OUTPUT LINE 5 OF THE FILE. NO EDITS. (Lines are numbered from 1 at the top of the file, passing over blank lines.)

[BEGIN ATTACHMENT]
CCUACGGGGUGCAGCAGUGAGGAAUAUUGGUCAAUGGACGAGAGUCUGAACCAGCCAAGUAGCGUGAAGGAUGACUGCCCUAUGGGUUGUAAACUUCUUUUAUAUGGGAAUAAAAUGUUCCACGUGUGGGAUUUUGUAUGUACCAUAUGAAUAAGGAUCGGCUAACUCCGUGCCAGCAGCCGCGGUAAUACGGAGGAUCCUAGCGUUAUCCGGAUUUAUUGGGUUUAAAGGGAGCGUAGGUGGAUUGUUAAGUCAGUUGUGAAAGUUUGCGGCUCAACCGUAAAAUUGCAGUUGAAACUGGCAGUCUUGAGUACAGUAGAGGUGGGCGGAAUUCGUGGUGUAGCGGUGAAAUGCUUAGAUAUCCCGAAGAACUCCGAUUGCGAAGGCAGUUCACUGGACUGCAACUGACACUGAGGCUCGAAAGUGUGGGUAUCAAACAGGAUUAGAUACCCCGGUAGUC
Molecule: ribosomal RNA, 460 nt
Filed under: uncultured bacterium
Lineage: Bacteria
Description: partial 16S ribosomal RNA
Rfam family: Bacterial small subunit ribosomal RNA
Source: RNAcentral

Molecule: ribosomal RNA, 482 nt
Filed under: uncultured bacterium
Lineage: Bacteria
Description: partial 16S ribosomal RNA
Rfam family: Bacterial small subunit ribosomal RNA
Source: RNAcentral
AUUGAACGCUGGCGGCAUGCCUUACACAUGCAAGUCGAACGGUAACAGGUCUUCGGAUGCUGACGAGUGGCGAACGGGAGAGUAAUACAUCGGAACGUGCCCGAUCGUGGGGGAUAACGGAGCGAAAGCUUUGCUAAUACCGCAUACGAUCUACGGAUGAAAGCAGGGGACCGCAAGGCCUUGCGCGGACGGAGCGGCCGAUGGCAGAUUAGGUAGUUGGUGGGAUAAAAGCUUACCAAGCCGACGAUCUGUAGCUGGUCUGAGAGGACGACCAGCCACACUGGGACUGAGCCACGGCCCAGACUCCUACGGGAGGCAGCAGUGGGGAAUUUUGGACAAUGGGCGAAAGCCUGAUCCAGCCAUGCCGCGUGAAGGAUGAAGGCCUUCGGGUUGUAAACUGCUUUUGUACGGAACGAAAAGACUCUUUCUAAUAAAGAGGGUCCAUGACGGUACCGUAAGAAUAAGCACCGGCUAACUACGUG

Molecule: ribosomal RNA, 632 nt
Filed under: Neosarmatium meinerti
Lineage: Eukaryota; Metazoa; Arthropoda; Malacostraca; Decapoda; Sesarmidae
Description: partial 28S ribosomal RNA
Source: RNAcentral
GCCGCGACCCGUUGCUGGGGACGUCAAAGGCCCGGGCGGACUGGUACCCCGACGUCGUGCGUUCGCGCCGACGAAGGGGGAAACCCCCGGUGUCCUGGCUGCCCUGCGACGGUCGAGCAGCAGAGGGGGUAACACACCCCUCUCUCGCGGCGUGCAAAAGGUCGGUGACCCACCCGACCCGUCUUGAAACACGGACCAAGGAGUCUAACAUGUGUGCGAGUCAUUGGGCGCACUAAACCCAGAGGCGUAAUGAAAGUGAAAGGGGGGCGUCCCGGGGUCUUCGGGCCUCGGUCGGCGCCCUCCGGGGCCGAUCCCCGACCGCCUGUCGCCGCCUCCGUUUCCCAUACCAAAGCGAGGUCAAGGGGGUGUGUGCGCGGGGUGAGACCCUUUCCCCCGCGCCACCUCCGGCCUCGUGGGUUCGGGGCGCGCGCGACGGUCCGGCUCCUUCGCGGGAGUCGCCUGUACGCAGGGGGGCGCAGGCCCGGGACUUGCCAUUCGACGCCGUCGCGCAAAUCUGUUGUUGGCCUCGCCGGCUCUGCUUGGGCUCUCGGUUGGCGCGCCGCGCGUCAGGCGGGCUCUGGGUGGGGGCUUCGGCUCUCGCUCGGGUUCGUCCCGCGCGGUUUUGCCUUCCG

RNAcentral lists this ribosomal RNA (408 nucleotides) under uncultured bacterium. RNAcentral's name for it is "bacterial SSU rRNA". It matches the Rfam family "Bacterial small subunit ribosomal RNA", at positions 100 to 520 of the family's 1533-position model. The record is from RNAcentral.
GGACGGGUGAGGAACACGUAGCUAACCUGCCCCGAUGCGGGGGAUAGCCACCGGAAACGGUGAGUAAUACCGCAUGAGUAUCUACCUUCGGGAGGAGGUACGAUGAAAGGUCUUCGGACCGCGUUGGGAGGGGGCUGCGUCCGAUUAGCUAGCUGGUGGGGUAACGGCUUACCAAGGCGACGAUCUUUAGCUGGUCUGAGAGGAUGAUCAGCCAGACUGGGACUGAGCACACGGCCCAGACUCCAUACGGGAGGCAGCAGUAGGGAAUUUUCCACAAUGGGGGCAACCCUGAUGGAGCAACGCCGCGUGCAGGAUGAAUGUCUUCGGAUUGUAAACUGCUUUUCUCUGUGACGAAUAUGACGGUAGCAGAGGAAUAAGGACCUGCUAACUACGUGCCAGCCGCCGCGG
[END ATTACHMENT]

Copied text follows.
Description: partial 16S ribosomal RNA